Posted in picture books, Preschool Reads

The Biggest Story is all up to YOU!

The Biggest Story, by Sarah Coye/Illustrated by Dan Taylor, (March 2020, Kane Miller). $12.99, ISBN: 9781684640454

Ages 3-7

What do you do when you’re in the mood to hear a story, but Mom is just too busy to tell you one? Errol is a little boy who finds himself with that very dilemma – until Mom tells him to make up one on his own! But where to start? Errol is stumped, until an ant in his garden suggests he puts some ants in his story. That gets Errol’s wheels turning… and then the cats weigh in! As Errol’s story comes together, it seems like all sorts of animals within earshot – and then some – want a piece of the action! Mom finally sits down with her tea and is ready to hear Errol’s story… are you?

How much fun is this story? (Hint: SO much fun!) Errol is a little boy who just needs a little guidance in unleashing his imagination, and gets it from his mom and a big bunch of new friends. The ending begs for a sequel, and so will readers. In fact, after storytime, ask your kiddos how they’d continue the story and be prepared for some great answers. The Biggest Story is here to help, too: there’s a story generator at the end of book to guide kids into thinking up their own adventure. The digital artwork is bright and cartoony, with comic book panels and word bubbles used during Errol’s story to set it off from the overall book. The animals are all friendly and chatty, ready to help and get their 15 seconds of fame.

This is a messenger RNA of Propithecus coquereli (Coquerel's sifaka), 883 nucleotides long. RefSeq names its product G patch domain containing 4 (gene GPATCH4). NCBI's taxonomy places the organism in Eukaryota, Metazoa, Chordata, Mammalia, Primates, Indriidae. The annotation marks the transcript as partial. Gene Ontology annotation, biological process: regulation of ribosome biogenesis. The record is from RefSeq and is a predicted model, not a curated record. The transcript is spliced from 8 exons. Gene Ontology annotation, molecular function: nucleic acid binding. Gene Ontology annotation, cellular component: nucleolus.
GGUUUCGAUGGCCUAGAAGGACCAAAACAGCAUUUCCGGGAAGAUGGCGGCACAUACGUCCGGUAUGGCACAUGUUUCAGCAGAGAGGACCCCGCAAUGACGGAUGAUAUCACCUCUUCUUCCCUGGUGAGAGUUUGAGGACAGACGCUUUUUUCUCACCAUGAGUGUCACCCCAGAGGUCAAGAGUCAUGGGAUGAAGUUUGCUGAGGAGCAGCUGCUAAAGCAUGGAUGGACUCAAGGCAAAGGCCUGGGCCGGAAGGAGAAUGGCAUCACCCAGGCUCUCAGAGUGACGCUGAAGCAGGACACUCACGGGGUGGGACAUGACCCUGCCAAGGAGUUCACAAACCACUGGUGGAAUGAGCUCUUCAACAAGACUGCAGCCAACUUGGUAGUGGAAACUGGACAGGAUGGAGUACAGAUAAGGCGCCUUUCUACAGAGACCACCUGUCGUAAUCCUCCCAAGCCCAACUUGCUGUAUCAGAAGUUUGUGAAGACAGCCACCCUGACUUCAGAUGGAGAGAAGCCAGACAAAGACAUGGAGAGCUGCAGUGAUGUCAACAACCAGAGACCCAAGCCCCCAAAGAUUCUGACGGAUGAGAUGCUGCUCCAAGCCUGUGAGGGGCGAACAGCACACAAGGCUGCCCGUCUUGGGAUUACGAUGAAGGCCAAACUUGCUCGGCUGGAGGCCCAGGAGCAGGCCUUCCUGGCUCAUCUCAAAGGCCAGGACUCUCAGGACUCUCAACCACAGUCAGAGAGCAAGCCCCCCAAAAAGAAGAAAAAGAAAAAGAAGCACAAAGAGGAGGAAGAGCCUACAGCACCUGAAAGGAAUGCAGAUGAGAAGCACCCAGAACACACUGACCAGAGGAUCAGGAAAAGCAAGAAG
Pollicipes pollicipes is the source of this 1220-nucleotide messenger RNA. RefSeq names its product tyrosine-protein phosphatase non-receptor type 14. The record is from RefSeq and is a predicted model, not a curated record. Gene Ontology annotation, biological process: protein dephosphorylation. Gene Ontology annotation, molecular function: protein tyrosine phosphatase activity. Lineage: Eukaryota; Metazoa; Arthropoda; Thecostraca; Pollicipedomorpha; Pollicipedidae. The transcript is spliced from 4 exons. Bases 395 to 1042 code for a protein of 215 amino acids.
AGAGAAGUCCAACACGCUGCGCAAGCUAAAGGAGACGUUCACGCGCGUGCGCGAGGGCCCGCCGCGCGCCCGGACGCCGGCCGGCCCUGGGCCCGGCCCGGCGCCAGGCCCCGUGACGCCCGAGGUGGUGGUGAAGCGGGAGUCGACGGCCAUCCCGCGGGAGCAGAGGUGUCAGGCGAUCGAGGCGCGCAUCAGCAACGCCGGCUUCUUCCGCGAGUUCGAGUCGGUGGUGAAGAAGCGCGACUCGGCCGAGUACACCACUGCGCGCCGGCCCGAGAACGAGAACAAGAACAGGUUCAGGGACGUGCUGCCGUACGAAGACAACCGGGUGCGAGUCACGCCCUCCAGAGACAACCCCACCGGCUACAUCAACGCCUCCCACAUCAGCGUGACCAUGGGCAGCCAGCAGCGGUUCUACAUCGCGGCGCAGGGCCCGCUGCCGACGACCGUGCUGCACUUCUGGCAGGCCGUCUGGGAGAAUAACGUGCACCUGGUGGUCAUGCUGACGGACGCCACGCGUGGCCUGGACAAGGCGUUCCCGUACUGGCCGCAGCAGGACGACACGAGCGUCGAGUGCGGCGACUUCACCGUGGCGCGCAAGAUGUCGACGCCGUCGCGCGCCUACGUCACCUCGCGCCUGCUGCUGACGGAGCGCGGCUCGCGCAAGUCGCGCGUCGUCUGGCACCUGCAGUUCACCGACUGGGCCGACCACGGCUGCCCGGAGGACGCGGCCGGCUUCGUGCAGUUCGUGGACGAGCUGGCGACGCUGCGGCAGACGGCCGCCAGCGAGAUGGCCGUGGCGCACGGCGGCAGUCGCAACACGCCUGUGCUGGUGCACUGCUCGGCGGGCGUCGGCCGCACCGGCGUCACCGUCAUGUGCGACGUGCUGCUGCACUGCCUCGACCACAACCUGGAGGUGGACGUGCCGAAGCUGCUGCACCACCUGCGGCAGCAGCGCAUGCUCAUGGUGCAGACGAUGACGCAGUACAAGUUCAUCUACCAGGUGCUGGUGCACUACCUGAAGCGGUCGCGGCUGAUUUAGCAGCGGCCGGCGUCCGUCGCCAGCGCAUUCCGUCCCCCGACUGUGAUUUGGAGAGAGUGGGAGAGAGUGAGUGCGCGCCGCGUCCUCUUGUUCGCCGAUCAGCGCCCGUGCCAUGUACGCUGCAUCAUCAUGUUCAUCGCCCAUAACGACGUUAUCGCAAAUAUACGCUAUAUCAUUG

Publisher Kane Miller has a downloadable word search (and answer sheet) for readers. If you’re interested in storytelling activities, The Imagination Tree has some really good ideas.

Posted in Fiction, Fiction, Graphic Novels, Humor, Intermediate, Middle Grade

The Worst Book Ever is hilarious!

The Worst Book Ever, by Elise Gravel, (May 2019. Drawn & Quarterly), $17.95, ISBN: 9781770463639

Ages 5-10

Elise Gravel’s work always makes me smile, and her newest book, The Worst Book Ever, made me laugh out loud. Three characters come together to comment on the worst fairy tale ever as it unfolds. They’re annoyed by standard fairy tale tropes, like the “beautiful prinsess and brave prinse”; they criticize typos, illustration, and writing style, all for laughs. The commentary is laugh-out-loud funny, and the visuals are bold, bright, and wonderfully odd. The fourth wall is more than broken; it’s demolished as coffee stains and cookie crumbs dot the pages and our main characters call out lack of diversity, literary clichés, and weak female characters. One character makes a list of all the spelling mistakes found in the book always good for a prize for anyone who can catch them all. As the story descends into madness, the characters become more confused, and your readers will laugh even harder.

The Worst Book Ever can be a good companion when talking about short story writing. Point out issues the characters have with the story as it develops, and see what your readers chime in with. Can they fix the narrative?

Lest I leave out the most important part: there’s bathroom humor. I quote: “Poopie Peepee Fart Booger”. So this is basically kid gold.

Add this to your graphic novel shelves and watch it fly.

Posted in picture books, Preschool Reads